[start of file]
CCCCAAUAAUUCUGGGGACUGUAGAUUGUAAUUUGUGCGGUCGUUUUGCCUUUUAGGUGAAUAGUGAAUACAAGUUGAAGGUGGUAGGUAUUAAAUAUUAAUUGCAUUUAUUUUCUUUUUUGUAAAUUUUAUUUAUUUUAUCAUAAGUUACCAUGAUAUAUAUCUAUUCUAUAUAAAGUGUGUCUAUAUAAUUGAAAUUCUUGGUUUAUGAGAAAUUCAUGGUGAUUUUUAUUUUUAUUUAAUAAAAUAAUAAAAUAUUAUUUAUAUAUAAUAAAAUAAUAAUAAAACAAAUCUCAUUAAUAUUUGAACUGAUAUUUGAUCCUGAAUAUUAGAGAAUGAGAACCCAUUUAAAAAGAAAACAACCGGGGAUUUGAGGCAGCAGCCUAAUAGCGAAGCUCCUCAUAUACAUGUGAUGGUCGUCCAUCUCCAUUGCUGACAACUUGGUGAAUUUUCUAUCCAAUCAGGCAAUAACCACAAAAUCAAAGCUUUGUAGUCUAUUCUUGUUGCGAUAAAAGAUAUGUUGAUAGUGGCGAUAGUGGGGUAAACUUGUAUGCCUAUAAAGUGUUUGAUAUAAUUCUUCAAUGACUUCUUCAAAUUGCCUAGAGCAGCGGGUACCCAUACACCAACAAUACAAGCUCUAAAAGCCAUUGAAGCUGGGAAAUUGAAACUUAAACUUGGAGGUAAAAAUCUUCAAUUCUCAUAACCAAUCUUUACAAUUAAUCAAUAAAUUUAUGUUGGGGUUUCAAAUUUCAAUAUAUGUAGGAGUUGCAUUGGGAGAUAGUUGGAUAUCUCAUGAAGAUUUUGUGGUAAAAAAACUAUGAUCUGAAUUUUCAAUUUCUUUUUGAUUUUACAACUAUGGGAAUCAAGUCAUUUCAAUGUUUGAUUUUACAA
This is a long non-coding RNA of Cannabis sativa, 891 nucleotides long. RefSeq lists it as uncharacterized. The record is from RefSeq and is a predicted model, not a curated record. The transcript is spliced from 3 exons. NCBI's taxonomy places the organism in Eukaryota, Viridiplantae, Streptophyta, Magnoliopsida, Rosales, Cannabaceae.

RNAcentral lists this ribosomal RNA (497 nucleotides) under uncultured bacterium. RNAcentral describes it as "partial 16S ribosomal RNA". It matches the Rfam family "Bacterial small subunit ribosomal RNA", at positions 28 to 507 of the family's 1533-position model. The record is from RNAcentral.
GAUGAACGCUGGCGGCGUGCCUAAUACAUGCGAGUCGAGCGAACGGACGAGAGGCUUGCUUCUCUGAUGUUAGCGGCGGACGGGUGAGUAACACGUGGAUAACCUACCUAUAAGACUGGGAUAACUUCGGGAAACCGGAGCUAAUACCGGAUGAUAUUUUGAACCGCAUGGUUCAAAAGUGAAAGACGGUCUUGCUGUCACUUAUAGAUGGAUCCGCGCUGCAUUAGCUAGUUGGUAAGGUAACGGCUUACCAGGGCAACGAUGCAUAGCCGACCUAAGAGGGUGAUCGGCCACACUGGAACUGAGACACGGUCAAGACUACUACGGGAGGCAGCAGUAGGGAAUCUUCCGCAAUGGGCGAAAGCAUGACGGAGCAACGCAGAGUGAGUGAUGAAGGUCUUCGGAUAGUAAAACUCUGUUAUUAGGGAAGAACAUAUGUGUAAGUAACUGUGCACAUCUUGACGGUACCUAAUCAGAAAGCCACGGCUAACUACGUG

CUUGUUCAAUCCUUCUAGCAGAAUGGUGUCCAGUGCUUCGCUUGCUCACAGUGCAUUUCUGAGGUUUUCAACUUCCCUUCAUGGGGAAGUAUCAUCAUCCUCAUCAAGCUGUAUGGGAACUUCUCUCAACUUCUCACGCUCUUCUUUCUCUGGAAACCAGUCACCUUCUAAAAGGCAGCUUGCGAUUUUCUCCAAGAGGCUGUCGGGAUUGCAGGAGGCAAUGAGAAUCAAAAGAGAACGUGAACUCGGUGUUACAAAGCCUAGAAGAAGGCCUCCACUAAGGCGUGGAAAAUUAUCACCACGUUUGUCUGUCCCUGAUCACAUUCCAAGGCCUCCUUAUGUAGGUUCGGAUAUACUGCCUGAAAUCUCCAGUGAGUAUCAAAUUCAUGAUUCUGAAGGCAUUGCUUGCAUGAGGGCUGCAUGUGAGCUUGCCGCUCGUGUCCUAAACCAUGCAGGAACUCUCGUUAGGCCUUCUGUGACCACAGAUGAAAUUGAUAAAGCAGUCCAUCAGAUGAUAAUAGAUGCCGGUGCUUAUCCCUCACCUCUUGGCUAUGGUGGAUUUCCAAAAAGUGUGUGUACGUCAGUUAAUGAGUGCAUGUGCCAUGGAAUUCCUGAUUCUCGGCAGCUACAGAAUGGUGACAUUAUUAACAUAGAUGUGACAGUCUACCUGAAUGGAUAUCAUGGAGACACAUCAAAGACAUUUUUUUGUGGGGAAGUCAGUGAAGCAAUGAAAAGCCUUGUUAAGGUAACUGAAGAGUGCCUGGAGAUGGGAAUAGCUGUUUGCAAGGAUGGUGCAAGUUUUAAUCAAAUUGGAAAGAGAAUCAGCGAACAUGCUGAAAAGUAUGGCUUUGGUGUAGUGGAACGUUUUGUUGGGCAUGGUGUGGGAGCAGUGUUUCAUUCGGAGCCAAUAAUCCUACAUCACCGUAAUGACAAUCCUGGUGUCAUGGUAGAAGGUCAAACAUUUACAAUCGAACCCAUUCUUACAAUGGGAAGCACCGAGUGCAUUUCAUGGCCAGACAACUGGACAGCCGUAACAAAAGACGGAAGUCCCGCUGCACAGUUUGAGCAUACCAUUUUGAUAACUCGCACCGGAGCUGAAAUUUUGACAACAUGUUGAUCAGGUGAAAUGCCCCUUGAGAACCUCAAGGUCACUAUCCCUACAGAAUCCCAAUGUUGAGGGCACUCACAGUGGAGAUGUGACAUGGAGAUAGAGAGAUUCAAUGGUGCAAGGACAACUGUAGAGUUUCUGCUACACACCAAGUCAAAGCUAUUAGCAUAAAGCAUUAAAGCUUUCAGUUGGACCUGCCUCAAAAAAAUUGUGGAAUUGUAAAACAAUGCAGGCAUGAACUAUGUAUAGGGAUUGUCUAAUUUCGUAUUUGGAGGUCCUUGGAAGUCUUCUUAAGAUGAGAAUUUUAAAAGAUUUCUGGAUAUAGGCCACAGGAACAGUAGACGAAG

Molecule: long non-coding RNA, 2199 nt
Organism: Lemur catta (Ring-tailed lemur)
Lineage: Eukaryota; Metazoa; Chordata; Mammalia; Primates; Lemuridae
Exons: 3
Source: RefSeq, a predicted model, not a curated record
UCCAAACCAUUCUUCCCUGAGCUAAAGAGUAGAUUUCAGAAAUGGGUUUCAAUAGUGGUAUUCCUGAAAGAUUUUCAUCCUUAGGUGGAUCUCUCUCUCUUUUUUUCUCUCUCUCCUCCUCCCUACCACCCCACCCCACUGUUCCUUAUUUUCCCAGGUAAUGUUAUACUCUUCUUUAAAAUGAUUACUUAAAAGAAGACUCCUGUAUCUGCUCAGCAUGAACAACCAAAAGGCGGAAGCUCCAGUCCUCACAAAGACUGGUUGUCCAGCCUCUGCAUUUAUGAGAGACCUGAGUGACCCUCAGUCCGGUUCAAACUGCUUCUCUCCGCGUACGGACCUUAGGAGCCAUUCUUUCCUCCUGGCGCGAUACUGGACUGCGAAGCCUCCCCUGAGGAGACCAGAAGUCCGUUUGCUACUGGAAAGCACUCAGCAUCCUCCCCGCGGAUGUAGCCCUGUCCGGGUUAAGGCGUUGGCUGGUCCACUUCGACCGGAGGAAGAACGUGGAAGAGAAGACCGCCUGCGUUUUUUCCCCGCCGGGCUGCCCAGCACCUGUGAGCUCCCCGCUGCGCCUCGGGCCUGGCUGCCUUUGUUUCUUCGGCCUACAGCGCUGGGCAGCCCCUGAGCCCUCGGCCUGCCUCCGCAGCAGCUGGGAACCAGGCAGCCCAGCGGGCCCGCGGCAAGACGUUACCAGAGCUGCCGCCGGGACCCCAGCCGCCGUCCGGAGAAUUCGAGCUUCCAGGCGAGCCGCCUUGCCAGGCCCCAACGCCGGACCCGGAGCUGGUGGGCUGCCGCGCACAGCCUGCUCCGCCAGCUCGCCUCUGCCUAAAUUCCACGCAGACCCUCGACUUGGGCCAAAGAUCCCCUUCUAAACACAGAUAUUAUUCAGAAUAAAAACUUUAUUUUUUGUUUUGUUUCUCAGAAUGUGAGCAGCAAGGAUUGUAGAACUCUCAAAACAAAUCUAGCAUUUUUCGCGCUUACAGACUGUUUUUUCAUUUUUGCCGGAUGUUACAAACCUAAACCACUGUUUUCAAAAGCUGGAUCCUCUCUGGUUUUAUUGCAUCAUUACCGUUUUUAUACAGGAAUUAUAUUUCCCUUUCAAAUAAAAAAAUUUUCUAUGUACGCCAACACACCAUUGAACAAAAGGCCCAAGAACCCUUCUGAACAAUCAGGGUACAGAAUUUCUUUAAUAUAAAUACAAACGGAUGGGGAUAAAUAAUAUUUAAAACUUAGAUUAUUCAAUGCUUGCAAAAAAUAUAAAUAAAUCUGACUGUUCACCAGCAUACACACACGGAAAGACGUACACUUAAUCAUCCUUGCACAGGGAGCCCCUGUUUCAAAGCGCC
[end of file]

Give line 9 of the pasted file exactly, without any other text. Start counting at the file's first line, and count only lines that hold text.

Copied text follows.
Exons: 3